Vibram LogoI really like the treads on these sandals. They’re very grippy, yet don’t use lugs. Instead, they have a great zig-zag pattern that seems to shed dirt and mud very well. If I had one complaint, it would be that there are Vibram logos peppered among the treads. These logos tend to fill up with dirt and are tricky to clean. It’s not a deal-breaker, but a mild annoyance. Given the choice, I’d just have the zig-zags.

When the rains arrived, I turned back and headed home. As I walked, it was great to notice all the dust and dirt just wash away from my feet and shoes, leaving them looking brand-new again. I did, however find that my feet slipped a little bit on that first outing, though tightening up the laces helped out considerably. (EDIT: After wearing my Lunas daily for over a month, I’ve found that they slip less as my feet are making impressions, helping my feet to stay put).

Again, the treads behaved remarkably and shed mud just as easily as dirt. When I got home, I left them out on the porch, and found they were dry shortly thereafter.

Impressions

Overall, I loved testing out the Luna Leadvilles. It’s always a treat to wear shoes built and tested by the people that wear them. The quality and thought put into these sandals are reason enough to buy a pair, but their performance has secured them as part of my regular go-to rotation.

I’m planning on racing the Oxfam Trailwalker 100km race next year, and up until I tried Lunas, I never considered wearing sandals for it. Now, however, I think I’ve found my main footwear for the race. Yes, they’re that good.

Beginning Barefoot would like to thank Luna Sandals for providing a pair of Leadville huaraches for testing. If you enjoyed this review, why not visit (and Like!) the Luna Sandals Facebook page, or better yet, buy a pair for yourself (or a loved one!).

Review: Invisible Shoes Huaraches – The Good, The Bad, and The Ugly

InvisibleShoes (before trimming)

InvisibleShoes (before trimming)

This review has been a long time in coming. I first spoke to Steven Sashen at Invisible Shoe way back in November, and was so intrigued with the paradoxical high-tech sandals (or huaraches – pronounced ‘wa-ra-chays’) that he was making that I grabbed a pair to review as soon as I could. There are several options available, but I went with the DIY 4mm Connect kit, which allows you to build your own shoes that are customised to the shape ansd size of your feet.

Since they arrived, I’ve been trying to run as much as possible in them, and wear them around when I go shopping, etc. After over a month of playing with different tying techniques, running styles, weather conditions, etc, I’ve finally put together a review (and here it is!).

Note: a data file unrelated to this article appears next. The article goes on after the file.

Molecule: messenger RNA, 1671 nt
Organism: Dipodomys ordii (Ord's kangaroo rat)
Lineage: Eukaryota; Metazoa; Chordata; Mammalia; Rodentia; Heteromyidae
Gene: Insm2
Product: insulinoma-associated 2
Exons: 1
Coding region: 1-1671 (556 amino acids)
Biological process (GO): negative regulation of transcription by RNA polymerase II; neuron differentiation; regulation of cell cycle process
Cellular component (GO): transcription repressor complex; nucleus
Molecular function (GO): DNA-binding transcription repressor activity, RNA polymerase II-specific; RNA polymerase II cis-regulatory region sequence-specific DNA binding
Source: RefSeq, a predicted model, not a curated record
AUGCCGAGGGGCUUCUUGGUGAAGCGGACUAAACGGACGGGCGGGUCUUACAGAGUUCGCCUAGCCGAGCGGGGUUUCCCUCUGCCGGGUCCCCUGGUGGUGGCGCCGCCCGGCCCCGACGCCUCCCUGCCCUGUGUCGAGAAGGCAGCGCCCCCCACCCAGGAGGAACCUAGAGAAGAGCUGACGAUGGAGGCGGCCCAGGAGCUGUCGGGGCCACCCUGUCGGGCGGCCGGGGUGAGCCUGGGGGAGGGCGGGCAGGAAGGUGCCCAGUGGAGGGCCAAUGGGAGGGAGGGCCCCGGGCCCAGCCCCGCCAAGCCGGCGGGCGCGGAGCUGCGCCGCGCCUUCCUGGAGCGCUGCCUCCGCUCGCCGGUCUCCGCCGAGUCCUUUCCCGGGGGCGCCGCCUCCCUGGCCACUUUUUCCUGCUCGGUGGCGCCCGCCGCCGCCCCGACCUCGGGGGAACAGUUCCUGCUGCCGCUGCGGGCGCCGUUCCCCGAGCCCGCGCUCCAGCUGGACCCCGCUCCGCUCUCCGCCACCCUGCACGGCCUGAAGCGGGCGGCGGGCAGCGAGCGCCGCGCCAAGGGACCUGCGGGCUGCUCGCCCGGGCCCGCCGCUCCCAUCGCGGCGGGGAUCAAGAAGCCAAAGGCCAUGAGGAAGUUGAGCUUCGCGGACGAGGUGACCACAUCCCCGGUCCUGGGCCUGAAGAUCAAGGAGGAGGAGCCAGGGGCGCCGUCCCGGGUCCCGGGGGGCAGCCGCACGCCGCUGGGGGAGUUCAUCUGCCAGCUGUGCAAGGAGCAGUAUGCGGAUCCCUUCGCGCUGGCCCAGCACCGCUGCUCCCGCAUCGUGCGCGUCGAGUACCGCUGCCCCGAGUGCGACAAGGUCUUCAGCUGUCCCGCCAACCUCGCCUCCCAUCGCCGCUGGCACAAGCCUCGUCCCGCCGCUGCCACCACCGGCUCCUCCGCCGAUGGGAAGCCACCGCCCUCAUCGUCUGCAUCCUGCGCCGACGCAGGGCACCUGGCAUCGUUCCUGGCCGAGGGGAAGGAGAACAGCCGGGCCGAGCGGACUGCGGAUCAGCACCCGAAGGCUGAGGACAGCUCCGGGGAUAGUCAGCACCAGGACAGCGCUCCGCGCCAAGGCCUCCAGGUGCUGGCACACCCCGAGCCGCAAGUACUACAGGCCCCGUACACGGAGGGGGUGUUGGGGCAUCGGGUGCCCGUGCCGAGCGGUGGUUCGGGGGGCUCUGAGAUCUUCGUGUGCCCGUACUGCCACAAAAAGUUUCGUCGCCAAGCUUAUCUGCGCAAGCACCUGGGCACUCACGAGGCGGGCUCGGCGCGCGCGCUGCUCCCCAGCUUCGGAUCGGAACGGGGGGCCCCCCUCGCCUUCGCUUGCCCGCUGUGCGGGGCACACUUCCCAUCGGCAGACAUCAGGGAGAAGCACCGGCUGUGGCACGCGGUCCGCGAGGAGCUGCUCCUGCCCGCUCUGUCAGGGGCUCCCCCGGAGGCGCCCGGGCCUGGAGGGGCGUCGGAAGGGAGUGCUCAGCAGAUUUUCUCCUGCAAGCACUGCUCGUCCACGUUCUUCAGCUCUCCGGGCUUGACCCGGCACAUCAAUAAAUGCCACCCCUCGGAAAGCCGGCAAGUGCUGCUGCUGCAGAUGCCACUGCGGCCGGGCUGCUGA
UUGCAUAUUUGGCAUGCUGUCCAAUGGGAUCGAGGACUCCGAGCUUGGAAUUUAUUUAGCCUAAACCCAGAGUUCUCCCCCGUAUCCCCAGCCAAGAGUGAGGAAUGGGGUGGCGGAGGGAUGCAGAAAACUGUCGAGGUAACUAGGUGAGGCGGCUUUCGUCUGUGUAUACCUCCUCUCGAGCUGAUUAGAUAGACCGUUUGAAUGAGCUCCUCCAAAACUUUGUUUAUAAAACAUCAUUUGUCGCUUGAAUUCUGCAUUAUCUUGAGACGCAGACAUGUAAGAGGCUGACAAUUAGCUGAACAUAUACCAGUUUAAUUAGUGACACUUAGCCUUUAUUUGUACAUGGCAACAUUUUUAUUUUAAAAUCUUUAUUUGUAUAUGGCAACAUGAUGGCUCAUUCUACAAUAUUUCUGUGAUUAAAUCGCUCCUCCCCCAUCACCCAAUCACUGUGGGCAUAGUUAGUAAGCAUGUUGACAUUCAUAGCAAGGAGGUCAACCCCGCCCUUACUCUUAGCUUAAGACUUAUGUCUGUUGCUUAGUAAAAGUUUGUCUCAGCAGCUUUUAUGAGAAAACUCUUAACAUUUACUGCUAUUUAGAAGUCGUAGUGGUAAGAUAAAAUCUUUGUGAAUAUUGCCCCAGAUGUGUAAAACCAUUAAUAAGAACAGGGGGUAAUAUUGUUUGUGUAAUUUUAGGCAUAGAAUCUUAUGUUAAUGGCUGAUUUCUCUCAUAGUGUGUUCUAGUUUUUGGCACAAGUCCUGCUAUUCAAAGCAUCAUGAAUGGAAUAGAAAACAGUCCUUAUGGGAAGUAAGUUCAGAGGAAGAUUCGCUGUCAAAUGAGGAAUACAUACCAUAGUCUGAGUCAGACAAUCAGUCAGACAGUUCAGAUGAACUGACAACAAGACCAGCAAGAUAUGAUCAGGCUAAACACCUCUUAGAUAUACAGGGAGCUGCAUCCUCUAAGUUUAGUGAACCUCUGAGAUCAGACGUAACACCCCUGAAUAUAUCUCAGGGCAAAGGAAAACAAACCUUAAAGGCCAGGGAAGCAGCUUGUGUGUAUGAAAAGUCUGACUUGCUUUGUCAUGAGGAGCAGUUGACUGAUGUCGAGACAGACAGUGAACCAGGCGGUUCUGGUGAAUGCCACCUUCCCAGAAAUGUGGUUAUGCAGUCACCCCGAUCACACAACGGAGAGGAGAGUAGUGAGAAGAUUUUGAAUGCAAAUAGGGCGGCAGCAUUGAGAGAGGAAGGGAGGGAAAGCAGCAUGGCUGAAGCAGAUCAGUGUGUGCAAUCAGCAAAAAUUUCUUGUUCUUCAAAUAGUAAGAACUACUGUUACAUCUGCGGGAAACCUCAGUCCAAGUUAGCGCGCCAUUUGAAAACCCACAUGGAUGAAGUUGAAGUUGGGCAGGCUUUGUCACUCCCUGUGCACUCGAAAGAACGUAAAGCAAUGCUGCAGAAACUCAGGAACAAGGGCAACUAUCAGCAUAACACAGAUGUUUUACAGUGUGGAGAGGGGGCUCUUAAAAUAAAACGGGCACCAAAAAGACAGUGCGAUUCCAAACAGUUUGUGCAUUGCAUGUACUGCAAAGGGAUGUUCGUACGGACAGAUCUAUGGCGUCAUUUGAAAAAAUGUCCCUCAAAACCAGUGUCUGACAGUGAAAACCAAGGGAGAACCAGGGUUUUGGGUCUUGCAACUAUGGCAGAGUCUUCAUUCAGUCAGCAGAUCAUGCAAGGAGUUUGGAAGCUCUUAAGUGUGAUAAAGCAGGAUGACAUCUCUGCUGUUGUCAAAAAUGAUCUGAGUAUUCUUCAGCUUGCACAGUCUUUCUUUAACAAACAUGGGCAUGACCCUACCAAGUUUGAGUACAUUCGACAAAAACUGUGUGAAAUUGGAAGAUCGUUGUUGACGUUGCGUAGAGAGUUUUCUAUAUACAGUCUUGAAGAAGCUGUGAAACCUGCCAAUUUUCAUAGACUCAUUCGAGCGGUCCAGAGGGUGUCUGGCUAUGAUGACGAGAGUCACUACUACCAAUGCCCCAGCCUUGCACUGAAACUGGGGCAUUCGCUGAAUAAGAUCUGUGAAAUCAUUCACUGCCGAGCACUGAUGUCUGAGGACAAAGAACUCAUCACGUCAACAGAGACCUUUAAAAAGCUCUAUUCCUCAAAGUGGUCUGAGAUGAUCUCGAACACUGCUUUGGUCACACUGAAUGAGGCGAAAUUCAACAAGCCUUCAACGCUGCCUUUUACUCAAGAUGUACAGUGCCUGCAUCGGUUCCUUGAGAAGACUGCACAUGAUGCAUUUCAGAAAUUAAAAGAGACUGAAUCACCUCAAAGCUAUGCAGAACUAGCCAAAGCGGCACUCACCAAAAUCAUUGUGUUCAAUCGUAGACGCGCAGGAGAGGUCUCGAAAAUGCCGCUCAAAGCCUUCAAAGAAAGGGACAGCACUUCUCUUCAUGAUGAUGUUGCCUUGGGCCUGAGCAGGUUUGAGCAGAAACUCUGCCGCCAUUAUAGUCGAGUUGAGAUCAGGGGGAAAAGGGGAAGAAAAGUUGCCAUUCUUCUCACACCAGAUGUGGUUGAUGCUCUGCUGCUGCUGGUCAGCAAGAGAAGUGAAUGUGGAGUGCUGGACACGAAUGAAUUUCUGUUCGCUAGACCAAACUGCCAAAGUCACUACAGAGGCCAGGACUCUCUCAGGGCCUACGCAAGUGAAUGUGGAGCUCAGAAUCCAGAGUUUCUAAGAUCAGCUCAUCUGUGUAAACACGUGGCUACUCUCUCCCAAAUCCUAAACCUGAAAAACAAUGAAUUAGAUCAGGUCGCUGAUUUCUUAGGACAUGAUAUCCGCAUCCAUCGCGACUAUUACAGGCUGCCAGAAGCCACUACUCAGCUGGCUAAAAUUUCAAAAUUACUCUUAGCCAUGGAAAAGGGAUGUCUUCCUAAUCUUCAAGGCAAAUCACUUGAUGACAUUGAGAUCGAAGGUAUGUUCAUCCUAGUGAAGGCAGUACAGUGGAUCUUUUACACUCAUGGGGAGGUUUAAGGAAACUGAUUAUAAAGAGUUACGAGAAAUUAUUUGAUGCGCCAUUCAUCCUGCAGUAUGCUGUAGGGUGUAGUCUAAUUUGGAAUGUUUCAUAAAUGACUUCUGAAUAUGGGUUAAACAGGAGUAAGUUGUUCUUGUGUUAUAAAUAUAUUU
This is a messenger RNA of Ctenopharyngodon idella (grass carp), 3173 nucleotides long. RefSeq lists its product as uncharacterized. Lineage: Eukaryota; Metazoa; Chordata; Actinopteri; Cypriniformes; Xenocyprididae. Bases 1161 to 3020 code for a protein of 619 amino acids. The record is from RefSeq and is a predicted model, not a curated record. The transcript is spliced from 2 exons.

The Good

  • Great soles

If you’re looking to reduce the amount of weight strapped to your feet, but don’t want to go barefoot for whatever reason, I think you’d be hard-pressed to find a lighter option than these sandals. The soles are a bit of a miracle, as they are very flexible, yet rigid enough to hold their form as you run.

When I went for my first run, I expected them to be flopping all over the place, but they stayed firm yet still contoured to my feet. It’s obvious that a lot of time and effort has gone into selecting the best material for the soles of these huaraches, and for me, they were a pleasant surprise.

  • Excellent airflow

One of the major benefits of running in sandals is airflow. Living in Australia, running around in very hot weather is par for the course. Though I don’t mind running on hot asphalt in bare feet, it can be nice to give the soles a rest every now and then. One of the big problems with other minimalist shoes is that even though they’re lightweight, they can still hold in heat around your feet, which after several kilometers can get very uncomfortable.

Invisible Shoes are great for this as the airflow is nearly as good as if you had nothing on at all. Surprisingly, this includes the air between your feet and the sandals. I had expected my feet to sweat and slip on the rubber soles, but because they stay cool, this has never been a problem.

  • Low price

Even if you’re the biggest skeptic, it’s hard to say no to a $24.95 pricetag. With most minimal shoes in Australia costing hundreds of dollars (I’m looking at you, Vibram), being able to grab a great pair of shoes for so little is awesome.